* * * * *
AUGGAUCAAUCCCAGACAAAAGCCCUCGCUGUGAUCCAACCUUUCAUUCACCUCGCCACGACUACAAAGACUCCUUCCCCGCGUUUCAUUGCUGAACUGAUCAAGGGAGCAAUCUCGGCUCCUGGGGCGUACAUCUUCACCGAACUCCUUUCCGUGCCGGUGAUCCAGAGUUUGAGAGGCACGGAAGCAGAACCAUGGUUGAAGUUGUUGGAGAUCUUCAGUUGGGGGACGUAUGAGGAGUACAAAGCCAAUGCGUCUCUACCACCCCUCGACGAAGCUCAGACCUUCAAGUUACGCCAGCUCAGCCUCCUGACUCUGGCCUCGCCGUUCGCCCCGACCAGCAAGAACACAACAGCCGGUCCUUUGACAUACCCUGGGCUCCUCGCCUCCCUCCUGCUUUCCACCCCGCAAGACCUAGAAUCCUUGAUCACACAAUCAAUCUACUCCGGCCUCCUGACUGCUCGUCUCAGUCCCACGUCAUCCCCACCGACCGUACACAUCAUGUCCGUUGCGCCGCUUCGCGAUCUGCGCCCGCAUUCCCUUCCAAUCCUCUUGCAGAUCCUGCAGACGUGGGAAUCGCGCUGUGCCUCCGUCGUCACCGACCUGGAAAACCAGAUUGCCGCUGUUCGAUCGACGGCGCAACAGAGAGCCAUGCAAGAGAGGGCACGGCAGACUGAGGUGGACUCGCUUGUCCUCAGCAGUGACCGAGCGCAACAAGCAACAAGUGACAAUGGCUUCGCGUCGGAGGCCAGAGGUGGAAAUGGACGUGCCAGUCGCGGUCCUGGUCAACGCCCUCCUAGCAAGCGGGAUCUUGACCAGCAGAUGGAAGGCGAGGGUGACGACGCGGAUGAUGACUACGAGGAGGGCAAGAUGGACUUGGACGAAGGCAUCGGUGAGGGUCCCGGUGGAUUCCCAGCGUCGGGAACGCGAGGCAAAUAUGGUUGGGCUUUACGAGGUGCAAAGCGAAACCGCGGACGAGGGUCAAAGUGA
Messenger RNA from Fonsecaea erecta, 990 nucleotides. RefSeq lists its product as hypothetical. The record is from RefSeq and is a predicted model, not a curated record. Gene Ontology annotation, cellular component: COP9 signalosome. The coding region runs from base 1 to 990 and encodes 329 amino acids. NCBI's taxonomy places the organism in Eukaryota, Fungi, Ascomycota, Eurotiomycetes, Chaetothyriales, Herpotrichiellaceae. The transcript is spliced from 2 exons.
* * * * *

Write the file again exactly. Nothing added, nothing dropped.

AUGGAUCAAUCCCAGACAAAAGCCCUCGCUGUGAUCCAACCUUUCAUUCACCUCGCCACGACUACAAAGACUCCUUCCCCGCGUUUCAUUGCUGAACUGAUCAAGGGAGCAAUCUCGGCUCCUGGGGCGUACAUCUUCACCGAACUCCUUUCCGUGCCGGUGAUCCAGAGUUUGAGAGGCACGGAAGCAGAACCAUGGUUGAAGUUGUUGGAGAUCUUCAGUUGGGGGACGUAUGAGGAGUACAAAGCCAAUGCGUCUCUACCACCCCUCGACGAAGCUCAGACCUUCAAGUUACGCCAGCUCAGCCUCCUGACUCUGGCCUCGCCGUUCGCCCCGACCAGCAAGAACACAACAGCCGGUCCUUUGACAUACCCUGGGCUCCUCGCCUCCCUCCUGCUUUCCACCCCGCAAGACCUAGAAUCCUUGAUCACACAAUCAAUCUACUCCGGCCUCCUGACUGCUCGUCUCAGUCCCACGUCAUCCCCACCGACCGUACACAUCAUGUCCGUUGCGCCGCUUCGCGAUCUGCGCCCGCAUUCCCUUCCAAUCCUCUUGCAGAUCCUGCAGACGUGGGAAUCGCGCUGUGCCUCCGUCGUCACCGACCUGGAAAACCAGAUUGCCGCUGUUCGAUCGACGGCGCAACAGAGAGCCAUGCAAGAGAGGGCACGGCAGACUGAGGUGGACUCGCUUGUCCUCAGCAGUGACCGAGCGCAACAAGCAACAAGUGACAAUGGCUUCGCGUCGGAGGCCAGAGGUGGAAAUGGACGUGCCAGUCGCGGUCCUGGUCAACGCCCUCCUAGCAAGCGGGAUCUUGACCAGCAGAUGGAAGGCGAGGGUGACGACGCGGAUGAUGACUACGAGGAGGGCAAGAUGGACUUGGACGAAGGCAUCGGUGAGGGUCCCGGUGGAUUCCCAGCGUCGGGAACGCGAGGCAAAUAUGGUUGGGCUUUACGAGGUGCAAAGCGAAACCGCGGACGAGGGUCAAAGUGA
Messenger RNA from Fonsecaea erecta, 990 nucleotides. RefSeq lists its product as hypothetical. The record is from RefSeq and is a predicted model, not a curated record. Gene Ontology annotation, cellular component: COP9 signalosome. The coding region runs from base 1 to 990 and encodes 329 amino acids. NCBI's taxonomy places the organism in Eukaryota, Fungi, Ascomycota, Eurotiomycetes, Chaetothyriales, Herpotrichiellaceae. The transcript is spliced from 2 exons.